# Magnetic field due to current

Question-
Two proton beams going in the same direction repel each other whereas two wires carrying current in the same direction attract each other. Why does this happen?
Attempt at the solution-
Two proton beams should be equal to two currents in the same direction then why are we getting two different results?

TSny
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For the case of two wires, are the wires electrically charged?

berkeman
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Question-
Two proton beams going in the same direction repel each other whereas two wires carrying current in the same direction attract each other. Why does this happen?
Attempt at the solution-
Two proton beams should be equal to two currents in the same direction then why are we getting two different results?
There is a difference between a beam of protons (or electrons) and a current in a wire. Can you think of what the difference is?

There is a difference between a beam of protons (or electrons) and a current in a wire. Can you think of what the difference is?
For the case of two wires, are the wires electrically charged?
The wires are not charged as electrons are continuously flowing through them. The only difference between the two cases is that in one case electrons are enclosed in a conductor and in the other they aren't.
I find this question too confusing. What is the reason?

TSny
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The wires are not charged as electrons are continuously flowing through them.
OK, so each wire has essentially zero net charge. What about the proton beams?

OK, so each wire has essentially zero net charge. What about the proton beams?
The protons are continuously flowing without any obstruction in the beam as well. So I think the net charge on the beam should be zero too. Please correct me if I'm wrong.

TSny
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A proton beam is just a stream of protons. Does each proton carry any net charge?

A proton beam is just a stream of protons. Does each proton carry any net charge?
Yes each proton carries a net charge.But so does an electron. So if the stream of moving protons is considered charged, applying the similar logic the wire should also be considered charged. Is there any difference in the two cases?

TSny
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What type of electrically charged particles are inside a piece of wire?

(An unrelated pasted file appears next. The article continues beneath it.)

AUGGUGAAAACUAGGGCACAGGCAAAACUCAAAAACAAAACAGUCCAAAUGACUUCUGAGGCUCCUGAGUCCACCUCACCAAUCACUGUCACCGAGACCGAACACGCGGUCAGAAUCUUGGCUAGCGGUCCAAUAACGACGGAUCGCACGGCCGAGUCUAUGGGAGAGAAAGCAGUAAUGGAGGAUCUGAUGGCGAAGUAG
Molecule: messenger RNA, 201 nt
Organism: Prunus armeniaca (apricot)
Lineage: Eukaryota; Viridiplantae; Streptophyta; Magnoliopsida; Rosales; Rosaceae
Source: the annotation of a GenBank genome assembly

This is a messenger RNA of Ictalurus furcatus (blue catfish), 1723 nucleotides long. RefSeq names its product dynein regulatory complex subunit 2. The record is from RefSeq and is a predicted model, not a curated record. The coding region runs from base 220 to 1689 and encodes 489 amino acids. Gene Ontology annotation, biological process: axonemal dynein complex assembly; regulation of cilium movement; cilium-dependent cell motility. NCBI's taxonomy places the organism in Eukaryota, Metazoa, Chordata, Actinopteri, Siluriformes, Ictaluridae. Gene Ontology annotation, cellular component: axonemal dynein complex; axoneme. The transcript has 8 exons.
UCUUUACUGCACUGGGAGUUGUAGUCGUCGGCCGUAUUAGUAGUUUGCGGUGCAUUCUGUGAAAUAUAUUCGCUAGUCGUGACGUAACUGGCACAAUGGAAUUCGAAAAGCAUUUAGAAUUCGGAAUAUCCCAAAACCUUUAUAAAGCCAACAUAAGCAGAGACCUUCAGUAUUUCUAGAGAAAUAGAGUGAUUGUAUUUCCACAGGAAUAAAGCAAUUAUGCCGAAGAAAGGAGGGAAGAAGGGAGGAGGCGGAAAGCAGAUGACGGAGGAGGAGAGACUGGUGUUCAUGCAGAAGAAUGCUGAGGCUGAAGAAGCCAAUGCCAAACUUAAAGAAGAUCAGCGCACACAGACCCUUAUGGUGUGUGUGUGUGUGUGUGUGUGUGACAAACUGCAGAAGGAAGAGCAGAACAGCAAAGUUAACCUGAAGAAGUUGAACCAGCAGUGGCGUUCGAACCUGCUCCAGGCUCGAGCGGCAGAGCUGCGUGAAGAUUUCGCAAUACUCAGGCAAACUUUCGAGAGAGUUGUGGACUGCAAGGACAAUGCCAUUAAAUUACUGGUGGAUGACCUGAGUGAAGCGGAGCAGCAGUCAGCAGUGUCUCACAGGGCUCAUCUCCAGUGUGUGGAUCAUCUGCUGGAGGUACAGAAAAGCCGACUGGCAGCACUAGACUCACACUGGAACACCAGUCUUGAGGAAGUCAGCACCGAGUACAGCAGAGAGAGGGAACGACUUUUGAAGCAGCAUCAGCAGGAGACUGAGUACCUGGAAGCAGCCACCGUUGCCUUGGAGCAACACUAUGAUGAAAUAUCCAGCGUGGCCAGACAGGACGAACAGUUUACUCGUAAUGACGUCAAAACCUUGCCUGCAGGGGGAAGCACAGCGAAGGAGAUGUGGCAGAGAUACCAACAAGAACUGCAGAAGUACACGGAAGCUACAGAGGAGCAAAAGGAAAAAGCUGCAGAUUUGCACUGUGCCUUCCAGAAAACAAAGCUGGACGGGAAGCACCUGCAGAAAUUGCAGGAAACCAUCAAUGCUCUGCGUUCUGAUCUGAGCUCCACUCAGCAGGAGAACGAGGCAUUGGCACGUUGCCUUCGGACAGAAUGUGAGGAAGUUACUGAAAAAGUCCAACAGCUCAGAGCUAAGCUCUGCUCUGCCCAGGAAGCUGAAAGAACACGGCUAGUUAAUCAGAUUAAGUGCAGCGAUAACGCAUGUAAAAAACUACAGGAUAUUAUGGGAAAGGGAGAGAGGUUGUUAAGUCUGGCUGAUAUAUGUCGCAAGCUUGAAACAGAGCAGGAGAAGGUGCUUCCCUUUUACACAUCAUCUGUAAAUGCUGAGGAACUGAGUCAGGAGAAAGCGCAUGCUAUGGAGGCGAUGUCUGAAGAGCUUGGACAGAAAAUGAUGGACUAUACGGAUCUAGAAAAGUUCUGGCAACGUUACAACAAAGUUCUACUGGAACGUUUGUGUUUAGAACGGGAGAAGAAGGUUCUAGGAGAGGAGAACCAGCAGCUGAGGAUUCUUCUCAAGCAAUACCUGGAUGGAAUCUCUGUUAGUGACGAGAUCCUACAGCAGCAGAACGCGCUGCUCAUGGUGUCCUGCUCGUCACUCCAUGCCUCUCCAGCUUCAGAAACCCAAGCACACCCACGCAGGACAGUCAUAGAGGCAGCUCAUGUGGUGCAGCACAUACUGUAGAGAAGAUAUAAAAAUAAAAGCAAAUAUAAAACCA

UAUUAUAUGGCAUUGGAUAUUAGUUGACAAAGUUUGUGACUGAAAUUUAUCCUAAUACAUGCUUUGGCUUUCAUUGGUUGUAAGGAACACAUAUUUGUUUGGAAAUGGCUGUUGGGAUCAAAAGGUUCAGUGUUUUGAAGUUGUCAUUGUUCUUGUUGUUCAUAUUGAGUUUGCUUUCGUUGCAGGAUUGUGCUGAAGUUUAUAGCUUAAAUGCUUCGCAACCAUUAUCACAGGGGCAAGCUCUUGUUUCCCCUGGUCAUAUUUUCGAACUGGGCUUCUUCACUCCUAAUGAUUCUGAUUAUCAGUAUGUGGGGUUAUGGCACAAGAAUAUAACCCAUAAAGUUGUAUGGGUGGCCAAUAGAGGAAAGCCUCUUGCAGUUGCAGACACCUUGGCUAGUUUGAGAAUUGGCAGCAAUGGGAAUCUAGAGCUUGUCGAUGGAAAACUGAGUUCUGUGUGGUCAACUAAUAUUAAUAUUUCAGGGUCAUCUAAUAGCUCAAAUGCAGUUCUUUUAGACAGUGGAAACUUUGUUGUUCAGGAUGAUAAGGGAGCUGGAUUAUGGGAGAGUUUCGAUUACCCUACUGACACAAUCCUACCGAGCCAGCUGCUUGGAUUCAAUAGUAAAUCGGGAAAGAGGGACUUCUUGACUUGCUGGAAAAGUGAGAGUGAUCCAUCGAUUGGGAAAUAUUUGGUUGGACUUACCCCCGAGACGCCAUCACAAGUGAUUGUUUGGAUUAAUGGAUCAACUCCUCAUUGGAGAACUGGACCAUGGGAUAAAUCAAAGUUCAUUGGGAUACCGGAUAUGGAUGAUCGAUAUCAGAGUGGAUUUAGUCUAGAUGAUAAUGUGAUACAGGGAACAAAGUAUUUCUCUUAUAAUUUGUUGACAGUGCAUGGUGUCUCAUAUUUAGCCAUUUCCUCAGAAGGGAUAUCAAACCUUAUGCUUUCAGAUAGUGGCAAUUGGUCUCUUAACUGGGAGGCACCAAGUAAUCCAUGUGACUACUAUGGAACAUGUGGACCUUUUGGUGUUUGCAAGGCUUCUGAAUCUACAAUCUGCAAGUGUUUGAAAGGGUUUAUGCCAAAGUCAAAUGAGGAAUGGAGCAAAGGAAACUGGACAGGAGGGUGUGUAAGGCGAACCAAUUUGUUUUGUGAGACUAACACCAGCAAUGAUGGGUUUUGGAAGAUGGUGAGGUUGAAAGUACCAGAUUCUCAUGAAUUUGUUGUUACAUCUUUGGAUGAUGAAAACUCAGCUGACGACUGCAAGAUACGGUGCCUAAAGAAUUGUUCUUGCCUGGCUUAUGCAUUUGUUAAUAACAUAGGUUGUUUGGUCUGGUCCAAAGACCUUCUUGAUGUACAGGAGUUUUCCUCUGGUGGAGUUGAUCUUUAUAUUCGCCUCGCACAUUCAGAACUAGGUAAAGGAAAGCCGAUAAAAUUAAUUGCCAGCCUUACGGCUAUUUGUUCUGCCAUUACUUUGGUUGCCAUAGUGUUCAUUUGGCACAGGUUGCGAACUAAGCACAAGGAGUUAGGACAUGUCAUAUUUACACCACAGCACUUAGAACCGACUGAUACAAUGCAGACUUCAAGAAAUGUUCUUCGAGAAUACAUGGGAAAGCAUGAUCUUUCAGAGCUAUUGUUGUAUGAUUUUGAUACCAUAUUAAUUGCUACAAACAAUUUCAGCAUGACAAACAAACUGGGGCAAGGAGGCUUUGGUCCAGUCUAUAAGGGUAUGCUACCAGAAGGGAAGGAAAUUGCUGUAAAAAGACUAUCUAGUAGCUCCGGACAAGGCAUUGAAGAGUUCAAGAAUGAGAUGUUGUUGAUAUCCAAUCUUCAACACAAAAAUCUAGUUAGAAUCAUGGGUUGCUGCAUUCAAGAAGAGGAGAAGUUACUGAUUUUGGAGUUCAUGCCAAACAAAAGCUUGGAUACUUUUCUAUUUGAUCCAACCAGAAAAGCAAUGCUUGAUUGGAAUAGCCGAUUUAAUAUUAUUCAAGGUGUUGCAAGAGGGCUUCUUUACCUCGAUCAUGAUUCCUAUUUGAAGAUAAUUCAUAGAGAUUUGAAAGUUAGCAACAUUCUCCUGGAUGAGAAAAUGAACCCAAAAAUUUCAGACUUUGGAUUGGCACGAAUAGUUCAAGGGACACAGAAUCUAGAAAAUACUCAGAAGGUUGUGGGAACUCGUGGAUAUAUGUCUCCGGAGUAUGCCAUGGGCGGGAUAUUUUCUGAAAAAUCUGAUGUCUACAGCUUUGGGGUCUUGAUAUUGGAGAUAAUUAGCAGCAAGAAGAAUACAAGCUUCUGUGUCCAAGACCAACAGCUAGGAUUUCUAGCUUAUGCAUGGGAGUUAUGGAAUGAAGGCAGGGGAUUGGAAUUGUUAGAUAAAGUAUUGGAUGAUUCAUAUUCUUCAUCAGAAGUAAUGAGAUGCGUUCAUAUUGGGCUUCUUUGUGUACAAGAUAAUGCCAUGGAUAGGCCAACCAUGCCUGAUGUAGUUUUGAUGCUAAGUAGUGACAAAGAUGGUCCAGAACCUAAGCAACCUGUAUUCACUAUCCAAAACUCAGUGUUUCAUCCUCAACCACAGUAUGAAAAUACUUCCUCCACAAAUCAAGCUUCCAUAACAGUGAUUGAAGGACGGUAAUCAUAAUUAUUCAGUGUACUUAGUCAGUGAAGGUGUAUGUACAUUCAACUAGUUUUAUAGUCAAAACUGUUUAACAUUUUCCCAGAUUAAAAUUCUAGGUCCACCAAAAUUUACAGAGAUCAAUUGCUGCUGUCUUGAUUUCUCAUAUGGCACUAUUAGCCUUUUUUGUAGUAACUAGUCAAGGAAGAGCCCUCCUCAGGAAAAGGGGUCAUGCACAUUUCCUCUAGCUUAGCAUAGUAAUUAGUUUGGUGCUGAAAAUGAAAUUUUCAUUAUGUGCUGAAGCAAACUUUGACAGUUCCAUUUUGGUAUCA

• physicsmaths1613
What type of electrically charged particles are inside a piece of wire?
Electrons, which are flowing just the same way as in a beam

TSny
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Only electrons? Any other type of electrically charged particles inside the wire (that are not flowing)?

• physicsmaths1613
Only electrons? Any other type of electrically charged particles inside the wire (that are not flowing)?
Oh! I think I got your point. Beams have a net charge as they have only let's say electrons . so they repel due to electrostatic force. Whereas a wire is neutral due to the presence of both electrons and protons. So they is no electrostatic repulsion. Only attraction exists due to moving electrons and the magnetic field of the other wire.
Please point out my errors if any.
And one more question. Does the force of repulsion between the beams overpower the attraction due to magnetic field in between the beams resulting in net repulsion?

TSny
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Oh! I think I got your point. Beams have a net charge as they have only let's say electrons . so they repel due to electrostatic force. Whereas a wire is neutral due to the presence of both electrons and protons. So they is no electrostatic repulsion. Only attraction exists due to moving electrons and the magnetic field of the other wire.
Please point out my errors if any.
That's correct.
And one more question. Does the force of repulsion between the beams overpower the attraction due to magnetic field in between the beams resulting in net repulsion?
Yes. Good.

• physicsmaths1613
That's correct.

Yes. Good.
Thank you so much for helping me figure out the answer myself!!